Broadman & Holman Publishing
Warning labels abound in our litigious society. Cigarette packets caution that smoking can kill us. Food packages inform us of the fat and carbohydrates they contain. Many stores have signs indicating the presence of cancer-causing agents. Construction sites advise: “Wet Paint: Do Not Touch.”
Typically, we read these warnings and blithely proceed with what we had planned. We still smoke, we still eat unhealthy food, we still enter stores with carcinogens, and we always test the wet paint. These warnings strike little or no fear into most of us because the dangers don’t seem imminent.
Too many of us read the Bible in the same way that we read these signs and labels. We read the admonitions, warnings, demands, and instructions in God’s Word, only to pass them off as inconsequential or irrelevant to our lives. But such an attitude might prove perilous.
We like to think of God as a safe harbor, a loving father figure who only wants to help us reach our goals. We misread him, with grave consequences.
God is not safe. His demands will disrupt our carefully planned lives. The journey of faith includes risks to our safety, comfort, possessions, and self-determination. Early believers never saw following Jesus as the pathway to success, prosperity, self-actualization, or ease. Jesus never spoke casually about the cost of discipleship. We never hear him say, “Well, just hang out with me and the guys for a while, and see if it resonates with you. We don’t want to put any pressure on you. We’re here to answer any questions you may have.”
Instead, Jesus confronted seekers with the most difficult area in which they personally would have to change. He told the rich young ruler to sell all he had (Matt. 19:21). He told Nicodemus, perhaps the primary teacher of Israel, to start all over like a young baby (John 3:1).
We read passages such as these and we typically choose one of two options. Either we ignore what Jesus said, claiming he exaggerated to make his point, or we turn these into rules for everyone to keep. The first option disregards Jesus’ teaching; the second establishes rules impossible to follow. Both options lead us to lies and bondage.
A third alternative exists. Take Jesus seriously. Realize that he meant what he said. He fully intends to seriously disrupt our lives. We face risks when we follow him, and we should know that going in. Listen to just some of what Jesus requires of those who follow him.
• “Anyone who does not carry his cross and follow me cannot be my disciple” (Luke 14:27).
• “If anyone comes to me and does not hate his father and mother, his wife and children, his brothers and sisters—yes, even his own life—he cannot be my disciple” (Luke 14:26).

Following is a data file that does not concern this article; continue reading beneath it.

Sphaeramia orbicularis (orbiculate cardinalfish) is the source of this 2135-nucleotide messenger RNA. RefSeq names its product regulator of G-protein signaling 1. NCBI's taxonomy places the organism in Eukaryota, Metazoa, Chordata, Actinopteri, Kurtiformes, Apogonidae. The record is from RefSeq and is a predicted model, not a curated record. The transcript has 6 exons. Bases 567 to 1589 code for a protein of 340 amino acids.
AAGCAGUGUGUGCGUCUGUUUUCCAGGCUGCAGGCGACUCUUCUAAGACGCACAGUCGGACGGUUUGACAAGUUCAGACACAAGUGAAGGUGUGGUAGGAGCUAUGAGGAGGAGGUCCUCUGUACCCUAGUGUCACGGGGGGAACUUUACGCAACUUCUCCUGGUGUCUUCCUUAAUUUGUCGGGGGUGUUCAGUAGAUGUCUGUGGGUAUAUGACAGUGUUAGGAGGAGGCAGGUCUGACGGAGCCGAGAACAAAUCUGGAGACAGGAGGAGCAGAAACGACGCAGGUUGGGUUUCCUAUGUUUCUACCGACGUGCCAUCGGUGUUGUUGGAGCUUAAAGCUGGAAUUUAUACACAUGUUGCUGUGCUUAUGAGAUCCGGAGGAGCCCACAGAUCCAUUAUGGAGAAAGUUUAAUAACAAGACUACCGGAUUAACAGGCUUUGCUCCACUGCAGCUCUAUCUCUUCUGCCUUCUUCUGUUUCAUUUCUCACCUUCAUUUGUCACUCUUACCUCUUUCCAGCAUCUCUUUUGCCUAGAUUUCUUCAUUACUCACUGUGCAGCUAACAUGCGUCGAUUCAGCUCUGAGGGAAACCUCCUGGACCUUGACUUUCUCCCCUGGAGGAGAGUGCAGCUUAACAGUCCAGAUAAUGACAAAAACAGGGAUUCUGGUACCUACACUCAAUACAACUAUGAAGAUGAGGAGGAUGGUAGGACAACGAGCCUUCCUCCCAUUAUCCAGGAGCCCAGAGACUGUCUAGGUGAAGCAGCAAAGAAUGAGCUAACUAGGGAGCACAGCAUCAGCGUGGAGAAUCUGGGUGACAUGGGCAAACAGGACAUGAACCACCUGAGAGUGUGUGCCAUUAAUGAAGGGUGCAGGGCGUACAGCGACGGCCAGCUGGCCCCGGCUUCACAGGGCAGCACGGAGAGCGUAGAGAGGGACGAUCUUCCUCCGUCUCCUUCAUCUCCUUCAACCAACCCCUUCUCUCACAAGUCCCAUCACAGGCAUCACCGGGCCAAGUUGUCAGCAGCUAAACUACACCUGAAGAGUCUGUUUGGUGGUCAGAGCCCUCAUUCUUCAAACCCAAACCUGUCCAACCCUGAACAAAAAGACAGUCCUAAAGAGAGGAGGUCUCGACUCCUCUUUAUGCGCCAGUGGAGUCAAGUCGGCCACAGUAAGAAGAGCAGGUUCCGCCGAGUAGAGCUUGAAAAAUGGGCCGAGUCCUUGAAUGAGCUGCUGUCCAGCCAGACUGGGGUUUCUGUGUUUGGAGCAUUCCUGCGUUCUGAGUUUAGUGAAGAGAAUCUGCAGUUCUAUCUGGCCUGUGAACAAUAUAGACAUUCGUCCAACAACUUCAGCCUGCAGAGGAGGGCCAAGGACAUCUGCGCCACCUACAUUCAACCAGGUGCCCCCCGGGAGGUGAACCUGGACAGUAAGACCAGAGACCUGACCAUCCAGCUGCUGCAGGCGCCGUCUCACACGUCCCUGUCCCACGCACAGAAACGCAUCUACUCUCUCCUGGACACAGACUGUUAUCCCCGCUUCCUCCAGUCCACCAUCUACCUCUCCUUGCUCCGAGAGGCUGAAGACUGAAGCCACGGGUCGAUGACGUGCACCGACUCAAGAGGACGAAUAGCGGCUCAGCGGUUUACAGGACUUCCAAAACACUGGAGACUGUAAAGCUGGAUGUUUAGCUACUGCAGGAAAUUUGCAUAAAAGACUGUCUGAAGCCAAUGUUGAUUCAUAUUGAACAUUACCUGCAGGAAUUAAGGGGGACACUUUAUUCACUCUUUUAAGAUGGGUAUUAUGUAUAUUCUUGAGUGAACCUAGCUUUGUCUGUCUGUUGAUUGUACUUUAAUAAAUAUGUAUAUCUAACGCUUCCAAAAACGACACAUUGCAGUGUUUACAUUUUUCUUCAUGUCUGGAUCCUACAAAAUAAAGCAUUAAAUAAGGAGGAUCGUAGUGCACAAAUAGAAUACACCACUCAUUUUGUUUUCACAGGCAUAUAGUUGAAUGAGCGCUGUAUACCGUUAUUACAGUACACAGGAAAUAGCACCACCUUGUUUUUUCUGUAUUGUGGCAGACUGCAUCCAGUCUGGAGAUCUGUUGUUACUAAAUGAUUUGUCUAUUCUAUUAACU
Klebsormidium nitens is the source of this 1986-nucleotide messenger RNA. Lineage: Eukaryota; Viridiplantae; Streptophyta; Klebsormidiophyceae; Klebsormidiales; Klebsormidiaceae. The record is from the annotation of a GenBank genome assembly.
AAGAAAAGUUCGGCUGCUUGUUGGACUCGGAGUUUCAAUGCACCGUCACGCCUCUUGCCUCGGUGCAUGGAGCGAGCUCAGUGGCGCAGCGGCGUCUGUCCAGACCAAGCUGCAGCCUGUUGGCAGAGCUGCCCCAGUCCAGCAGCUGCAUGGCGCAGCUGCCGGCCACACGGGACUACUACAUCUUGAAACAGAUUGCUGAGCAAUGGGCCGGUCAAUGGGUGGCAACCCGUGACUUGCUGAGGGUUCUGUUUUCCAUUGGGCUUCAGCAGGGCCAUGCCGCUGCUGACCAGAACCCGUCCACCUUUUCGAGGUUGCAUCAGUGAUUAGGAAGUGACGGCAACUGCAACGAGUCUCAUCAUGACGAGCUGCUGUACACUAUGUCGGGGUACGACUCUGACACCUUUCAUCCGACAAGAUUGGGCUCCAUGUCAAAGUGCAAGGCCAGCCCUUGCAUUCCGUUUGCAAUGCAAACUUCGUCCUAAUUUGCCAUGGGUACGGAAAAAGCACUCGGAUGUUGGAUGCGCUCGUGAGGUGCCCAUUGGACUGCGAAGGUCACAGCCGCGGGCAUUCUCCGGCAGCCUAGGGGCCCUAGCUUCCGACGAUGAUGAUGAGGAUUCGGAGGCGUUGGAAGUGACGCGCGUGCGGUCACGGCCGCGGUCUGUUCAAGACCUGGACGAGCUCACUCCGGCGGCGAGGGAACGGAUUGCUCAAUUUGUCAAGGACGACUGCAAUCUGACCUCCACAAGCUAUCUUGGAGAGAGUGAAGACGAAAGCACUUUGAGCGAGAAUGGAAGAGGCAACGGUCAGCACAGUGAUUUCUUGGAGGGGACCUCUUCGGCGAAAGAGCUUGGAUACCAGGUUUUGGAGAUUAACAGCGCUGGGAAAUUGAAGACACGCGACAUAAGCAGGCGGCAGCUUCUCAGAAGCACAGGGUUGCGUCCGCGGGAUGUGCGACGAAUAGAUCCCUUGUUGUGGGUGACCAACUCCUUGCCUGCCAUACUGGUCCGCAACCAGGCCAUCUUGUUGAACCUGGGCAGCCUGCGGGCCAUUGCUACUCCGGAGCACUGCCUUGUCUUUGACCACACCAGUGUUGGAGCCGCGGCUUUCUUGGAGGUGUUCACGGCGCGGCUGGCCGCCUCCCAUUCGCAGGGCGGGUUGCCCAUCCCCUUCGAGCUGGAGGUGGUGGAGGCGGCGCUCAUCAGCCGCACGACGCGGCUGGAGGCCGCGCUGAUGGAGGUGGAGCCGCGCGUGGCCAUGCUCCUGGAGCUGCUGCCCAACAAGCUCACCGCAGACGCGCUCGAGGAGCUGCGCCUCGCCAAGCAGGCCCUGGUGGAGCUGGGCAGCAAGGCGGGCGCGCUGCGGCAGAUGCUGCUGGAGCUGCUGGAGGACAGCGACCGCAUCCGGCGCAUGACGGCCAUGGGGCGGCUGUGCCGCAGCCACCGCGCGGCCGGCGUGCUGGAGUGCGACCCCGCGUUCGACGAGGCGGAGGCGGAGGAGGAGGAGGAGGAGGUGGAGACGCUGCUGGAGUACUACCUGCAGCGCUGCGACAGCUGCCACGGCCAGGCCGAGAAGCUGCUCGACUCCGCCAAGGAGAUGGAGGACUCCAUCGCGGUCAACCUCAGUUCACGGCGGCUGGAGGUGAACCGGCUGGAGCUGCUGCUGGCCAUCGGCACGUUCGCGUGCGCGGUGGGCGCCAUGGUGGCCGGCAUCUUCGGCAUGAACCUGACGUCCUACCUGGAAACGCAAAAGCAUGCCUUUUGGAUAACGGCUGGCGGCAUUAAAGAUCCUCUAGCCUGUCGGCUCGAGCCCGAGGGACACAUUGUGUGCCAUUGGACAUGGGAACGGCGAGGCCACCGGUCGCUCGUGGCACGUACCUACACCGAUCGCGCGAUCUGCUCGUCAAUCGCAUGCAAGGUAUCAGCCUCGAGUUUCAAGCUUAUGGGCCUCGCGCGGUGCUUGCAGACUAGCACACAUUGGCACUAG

• “Any of you who does not give up everything he has cannot be my disciple” (Luke 14:33).
• “For I tell you that unless your righteousness surpasses that of the Pharisees and the teachers of the law, you will certainly not enter the kingdom of heaven” (Matt. 5:20).
• “I am the vine; you are the branches. If a man remains in me and I in him, he will bear much fruit; apart from me you can do nothing. If anyone does not remain in me, he is like a branch that is thrown away and withers; such branches are picked up, thrown into the fire and burned” (John 15:5–6). Jesus asked for total commitment from his followers, and the apostles echoed that call for radical change.
• “No one who is born of God will continue to sin, because God’s seed remains in him; he cannot go on sinning, because he has been born of God” (1 John 3:9).
• “Be joyful always” (1 Thess. 5:16).
• “Pray continually” (I Thess. 5:17).
• “Give thanks in all circumstances” (I Thess. 5:18).
• “Do not worry about tomorrow, for tomorrow will worry about itself” (Matt. 6:34).
The demands from Jesus, and the apostles’ description of the Christian life, all express absolutes. Unless we do these we cannot fulfill our calling as a disciple. Why? Disciples always do this. The conclusion? God disrupts our lives. He defines the authentic Christian life, and he’s strongly opinionated about it. He requires major changes in us.
God is not safe if we want to live in spiritual complacency. We’ll explore the risky faith described by Jesus and the apostles. We won’t whitewash their teachings, and we won’t spiritualize them away into comfortable platitudes. We must address them squarely if we want to fully follow Jesus.
This chapter will briefly survey some of these demands to highlight the degree of disruption God intends. Then each will be explored more in-depth in its own chapter. What unites these? What do they share in common? Each is absolute. To be a disciple, we must . . . A disciple always . . . God is good. But he’s not soft.
Jann discovered an intimidating God. A European who immigrated to the U.S. in his teens, he dedicated himself to career success. Then a cousin gave him a copy of Josh McDowell’s Evidence That Demands a Verdict. His analytical accountant mind grappled with what he read, and came to these logical conclusions: The Bible accurately recorded the life and claims of Jesus and, as the Son of God, only Jesus could provide access to God.
Jann became a follower of Jesus and started to explore his new life, beginning with some deep study of the Old Testament. When I asked what he’d learned about God, he pondered a moment and said, “God is one tough guy. You don’t mess around with him.”